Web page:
Arising early on a Tuesday morning, eight lucky souls piled into a vehicle and started the two hour journey from Cache Valley to Pleasant Grove. Upon arriving at the space center anyone would get out of their vehicle and be confused. "Where's the space center? This is just looks like an elementary school!" Once you enter into the space center you come to find that small additions that utilize every inch of space create an amazingly unique experience.
Our small group started off with a tour by the space center creator and director, Victor Williamson. We visited the five simulators, the Discovery classroom, and the starlab. It is fascinating to think that back in 1990 this now extensive program started out as a classroom lesson using an overhead projector, some transparencies, an imaginative teacher, and a captivated room of students. Eventually our tour ended, and with a few questions answered our crew was ready to get started on a mission of their own.
The brave crew of the Phoenix, that's one of the simulators, consisted of six fearless rookies. We brought along three Thomas Edison students and three parents for the adventure. Our reluctant captain was faced with a crew that had no idea what they were about to experience. Narrowly avoiding catastrophe several times throughout the mission, they finally reached the end. Since I wasn't part of the crew I can't speak for how they felt about the mission, but I can say that our captain might have punched her make believe nemesis if she had the chance.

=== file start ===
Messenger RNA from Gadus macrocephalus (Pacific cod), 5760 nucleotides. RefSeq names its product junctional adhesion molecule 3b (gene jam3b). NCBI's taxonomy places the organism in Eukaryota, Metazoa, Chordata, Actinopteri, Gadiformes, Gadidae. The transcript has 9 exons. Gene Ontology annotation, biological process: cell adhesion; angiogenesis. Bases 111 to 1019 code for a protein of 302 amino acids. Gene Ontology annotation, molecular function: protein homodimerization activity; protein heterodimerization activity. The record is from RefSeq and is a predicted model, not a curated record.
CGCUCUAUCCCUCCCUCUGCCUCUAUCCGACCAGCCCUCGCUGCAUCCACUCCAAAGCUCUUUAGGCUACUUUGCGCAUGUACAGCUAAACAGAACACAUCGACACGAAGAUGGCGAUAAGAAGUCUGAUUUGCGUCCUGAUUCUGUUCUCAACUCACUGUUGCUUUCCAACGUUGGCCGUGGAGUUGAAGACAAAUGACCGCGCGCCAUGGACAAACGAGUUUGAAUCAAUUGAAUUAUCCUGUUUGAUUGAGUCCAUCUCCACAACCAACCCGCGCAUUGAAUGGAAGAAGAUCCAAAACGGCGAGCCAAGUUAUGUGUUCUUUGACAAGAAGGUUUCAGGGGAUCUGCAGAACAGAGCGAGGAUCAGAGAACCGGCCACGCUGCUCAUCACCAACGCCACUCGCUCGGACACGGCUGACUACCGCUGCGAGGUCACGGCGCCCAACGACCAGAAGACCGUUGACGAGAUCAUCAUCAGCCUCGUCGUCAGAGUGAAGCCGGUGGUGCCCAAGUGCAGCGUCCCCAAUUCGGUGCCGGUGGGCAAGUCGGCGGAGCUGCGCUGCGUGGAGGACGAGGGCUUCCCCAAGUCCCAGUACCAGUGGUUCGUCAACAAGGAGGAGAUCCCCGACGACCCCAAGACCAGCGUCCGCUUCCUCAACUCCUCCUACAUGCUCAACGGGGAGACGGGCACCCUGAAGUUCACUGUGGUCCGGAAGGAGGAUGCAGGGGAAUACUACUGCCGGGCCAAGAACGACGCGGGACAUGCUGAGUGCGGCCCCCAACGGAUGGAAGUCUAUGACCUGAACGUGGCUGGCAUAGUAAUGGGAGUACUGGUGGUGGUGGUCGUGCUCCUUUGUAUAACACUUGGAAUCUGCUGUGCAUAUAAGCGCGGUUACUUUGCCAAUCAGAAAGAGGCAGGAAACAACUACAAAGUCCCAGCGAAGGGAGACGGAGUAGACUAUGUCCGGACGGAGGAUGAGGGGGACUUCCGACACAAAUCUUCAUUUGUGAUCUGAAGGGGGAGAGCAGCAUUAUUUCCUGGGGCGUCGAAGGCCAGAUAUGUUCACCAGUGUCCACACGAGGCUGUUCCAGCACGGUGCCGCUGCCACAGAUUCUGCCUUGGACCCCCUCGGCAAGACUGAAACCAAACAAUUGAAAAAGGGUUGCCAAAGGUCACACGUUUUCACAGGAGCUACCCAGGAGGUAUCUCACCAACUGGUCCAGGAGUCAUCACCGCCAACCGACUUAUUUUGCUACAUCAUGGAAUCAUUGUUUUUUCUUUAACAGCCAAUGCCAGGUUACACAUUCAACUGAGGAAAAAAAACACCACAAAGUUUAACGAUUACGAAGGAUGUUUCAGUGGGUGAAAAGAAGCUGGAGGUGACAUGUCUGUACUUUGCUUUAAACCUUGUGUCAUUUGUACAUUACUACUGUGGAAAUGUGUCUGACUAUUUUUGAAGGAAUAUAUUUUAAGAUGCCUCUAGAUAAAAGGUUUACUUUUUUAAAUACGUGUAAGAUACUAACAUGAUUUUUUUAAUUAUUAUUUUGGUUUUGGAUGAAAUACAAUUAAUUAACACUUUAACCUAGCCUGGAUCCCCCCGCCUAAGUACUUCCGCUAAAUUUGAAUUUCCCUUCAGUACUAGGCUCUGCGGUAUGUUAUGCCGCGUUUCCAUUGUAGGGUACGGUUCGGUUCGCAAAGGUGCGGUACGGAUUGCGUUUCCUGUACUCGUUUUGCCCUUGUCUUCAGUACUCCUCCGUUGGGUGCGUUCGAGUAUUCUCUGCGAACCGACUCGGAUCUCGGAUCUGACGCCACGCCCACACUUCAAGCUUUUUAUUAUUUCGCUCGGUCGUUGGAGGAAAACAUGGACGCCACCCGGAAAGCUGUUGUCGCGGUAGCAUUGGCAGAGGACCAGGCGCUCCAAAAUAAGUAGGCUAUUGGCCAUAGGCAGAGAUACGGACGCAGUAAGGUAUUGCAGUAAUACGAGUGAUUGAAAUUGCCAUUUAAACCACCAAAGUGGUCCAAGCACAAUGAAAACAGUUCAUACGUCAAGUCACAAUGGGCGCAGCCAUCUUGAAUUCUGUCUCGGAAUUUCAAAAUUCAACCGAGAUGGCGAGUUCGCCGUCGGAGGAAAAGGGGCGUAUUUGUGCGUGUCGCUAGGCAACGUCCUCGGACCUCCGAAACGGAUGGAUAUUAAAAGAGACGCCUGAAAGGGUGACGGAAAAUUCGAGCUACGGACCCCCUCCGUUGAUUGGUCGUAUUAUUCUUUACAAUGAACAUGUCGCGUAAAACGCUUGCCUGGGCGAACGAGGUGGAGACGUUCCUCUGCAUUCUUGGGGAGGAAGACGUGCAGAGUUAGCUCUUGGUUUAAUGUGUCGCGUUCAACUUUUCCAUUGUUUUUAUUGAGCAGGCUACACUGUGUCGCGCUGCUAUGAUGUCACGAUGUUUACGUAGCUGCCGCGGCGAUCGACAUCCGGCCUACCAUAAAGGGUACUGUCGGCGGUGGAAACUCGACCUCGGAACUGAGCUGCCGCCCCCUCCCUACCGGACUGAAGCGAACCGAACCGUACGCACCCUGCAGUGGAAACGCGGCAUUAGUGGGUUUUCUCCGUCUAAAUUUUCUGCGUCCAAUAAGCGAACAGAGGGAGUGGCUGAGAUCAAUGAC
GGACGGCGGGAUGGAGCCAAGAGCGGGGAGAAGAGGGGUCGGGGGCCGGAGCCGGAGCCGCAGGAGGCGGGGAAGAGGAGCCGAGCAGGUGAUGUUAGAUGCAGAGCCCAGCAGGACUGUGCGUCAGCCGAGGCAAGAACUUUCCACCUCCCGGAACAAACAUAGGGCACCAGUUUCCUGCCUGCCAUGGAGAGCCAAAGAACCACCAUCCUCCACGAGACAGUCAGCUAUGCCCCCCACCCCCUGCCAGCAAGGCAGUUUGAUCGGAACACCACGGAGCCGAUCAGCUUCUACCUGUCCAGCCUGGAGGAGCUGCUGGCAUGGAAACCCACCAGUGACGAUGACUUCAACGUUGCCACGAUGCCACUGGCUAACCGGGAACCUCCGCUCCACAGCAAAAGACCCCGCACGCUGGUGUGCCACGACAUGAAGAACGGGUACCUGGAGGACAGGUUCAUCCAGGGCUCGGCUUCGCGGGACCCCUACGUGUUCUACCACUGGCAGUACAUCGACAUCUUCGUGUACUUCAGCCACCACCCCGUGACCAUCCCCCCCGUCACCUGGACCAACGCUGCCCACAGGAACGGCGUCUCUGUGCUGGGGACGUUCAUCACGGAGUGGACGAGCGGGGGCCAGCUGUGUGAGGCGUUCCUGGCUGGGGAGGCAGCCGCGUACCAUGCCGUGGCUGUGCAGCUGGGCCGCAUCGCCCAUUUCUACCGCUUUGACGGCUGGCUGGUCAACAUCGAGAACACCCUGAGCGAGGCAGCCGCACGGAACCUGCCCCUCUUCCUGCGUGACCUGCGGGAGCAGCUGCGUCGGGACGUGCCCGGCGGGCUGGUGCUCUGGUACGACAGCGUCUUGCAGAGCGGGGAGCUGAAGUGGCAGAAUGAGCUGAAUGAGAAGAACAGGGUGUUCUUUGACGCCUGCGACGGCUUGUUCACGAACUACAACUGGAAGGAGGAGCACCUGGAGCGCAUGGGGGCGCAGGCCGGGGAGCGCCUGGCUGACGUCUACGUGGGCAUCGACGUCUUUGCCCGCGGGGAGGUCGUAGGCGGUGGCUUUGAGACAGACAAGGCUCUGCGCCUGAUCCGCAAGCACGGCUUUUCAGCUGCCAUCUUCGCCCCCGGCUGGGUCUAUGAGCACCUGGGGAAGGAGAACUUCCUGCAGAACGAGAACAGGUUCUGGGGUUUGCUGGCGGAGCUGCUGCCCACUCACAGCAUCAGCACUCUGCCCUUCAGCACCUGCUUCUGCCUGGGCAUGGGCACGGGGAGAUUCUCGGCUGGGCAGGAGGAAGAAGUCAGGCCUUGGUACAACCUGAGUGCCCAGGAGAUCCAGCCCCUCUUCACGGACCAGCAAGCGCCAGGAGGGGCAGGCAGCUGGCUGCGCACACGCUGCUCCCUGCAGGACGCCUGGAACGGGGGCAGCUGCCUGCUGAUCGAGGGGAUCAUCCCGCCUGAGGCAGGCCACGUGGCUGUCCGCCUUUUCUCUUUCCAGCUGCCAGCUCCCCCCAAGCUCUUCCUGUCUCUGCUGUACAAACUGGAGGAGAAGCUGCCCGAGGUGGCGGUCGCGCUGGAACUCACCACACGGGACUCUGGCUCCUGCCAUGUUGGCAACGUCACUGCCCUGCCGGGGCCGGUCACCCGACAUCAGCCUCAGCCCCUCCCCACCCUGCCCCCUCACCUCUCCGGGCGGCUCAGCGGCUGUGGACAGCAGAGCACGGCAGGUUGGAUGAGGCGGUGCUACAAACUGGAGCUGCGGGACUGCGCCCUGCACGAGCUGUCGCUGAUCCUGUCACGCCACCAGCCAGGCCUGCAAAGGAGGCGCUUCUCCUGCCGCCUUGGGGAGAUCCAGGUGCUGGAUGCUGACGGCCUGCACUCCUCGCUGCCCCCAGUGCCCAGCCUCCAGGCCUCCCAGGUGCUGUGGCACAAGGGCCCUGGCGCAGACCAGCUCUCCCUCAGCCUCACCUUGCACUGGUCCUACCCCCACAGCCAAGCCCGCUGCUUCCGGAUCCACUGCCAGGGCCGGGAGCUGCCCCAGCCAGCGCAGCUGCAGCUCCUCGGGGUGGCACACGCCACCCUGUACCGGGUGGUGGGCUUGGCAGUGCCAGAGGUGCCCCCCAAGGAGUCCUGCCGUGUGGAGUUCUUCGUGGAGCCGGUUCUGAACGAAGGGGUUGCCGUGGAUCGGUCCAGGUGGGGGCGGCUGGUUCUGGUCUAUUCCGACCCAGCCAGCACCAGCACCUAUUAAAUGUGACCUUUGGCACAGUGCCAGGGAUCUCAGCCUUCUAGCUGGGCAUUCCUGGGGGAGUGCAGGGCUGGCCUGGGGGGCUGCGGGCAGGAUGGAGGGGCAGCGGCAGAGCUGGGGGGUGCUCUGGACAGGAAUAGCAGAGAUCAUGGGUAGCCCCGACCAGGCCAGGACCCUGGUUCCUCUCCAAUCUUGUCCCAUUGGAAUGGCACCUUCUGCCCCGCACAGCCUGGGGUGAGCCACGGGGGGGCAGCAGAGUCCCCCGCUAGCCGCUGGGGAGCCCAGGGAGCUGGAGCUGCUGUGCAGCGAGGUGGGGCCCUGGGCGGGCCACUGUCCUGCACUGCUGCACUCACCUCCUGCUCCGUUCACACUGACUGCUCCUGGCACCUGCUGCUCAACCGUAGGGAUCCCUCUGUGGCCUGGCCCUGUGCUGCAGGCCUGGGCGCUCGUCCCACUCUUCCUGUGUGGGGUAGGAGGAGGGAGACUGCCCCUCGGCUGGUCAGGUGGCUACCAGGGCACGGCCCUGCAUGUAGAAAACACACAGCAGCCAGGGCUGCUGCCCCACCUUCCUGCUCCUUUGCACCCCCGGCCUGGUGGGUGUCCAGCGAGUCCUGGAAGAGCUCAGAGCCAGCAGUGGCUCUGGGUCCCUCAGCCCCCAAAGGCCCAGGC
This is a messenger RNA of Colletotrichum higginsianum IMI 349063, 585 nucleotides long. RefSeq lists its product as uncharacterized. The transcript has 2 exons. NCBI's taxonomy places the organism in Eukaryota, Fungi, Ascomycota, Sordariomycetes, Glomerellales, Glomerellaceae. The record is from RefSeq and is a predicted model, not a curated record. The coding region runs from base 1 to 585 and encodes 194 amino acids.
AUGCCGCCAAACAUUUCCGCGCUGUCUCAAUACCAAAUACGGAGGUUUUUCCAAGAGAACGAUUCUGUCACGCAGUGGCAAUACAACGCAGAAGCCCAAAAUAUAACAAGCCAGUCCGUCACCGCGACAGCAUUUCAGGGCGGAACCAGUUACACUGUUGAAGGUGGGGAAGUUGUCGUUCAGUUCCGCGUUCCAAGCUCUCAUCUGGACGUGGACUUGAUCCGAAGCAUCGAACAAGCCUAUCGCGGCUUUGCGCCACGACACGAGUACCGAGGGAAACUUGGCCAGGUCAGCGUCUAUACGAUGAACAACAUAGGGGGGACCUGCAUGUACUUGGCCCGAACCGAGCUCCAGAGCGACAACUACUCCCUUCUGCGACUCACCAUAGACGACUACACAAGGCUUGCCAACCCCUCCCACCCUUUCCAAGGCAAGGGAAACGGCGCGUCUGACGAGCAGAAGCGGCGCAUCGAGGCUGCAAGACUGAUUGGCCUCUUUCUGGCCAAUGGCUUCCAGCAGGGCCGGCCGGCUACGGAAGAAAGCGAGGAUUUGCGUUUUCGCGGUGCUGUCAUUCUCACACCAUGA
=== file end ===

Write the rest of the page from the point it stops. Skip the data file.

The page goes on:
You are probably wondering why a group would travel so long to visit such a place. The answer is that it can be found no where else in the world. The space center is truly unique in the experience they offer as they blast you off into an interactive story that no movie, video game, or other activity can simulate. You shouldn't feel bad for our small crew since many have traveled from much farther such as Idaho, Nevada, California, and even Russia. So two hours isn't all that bad, if the company is good.
That still doesn't fully answer the question of why attend. The parents and faculty of Thomas Edison see that the space center program is an amazing opportunity to teach students and excite them about learning. So why should such a place only exist in one location? With the support of the community, Thomas Edison Charter School hopes to be the host of a space education center that can service the students and community of Cache Valley and the surrounding area. A lot of preparation and work still lies ahead to get a program like this running, but we hope to keep you informed on our progress and that you might see ways to help us in that endeavor. So stay tuned.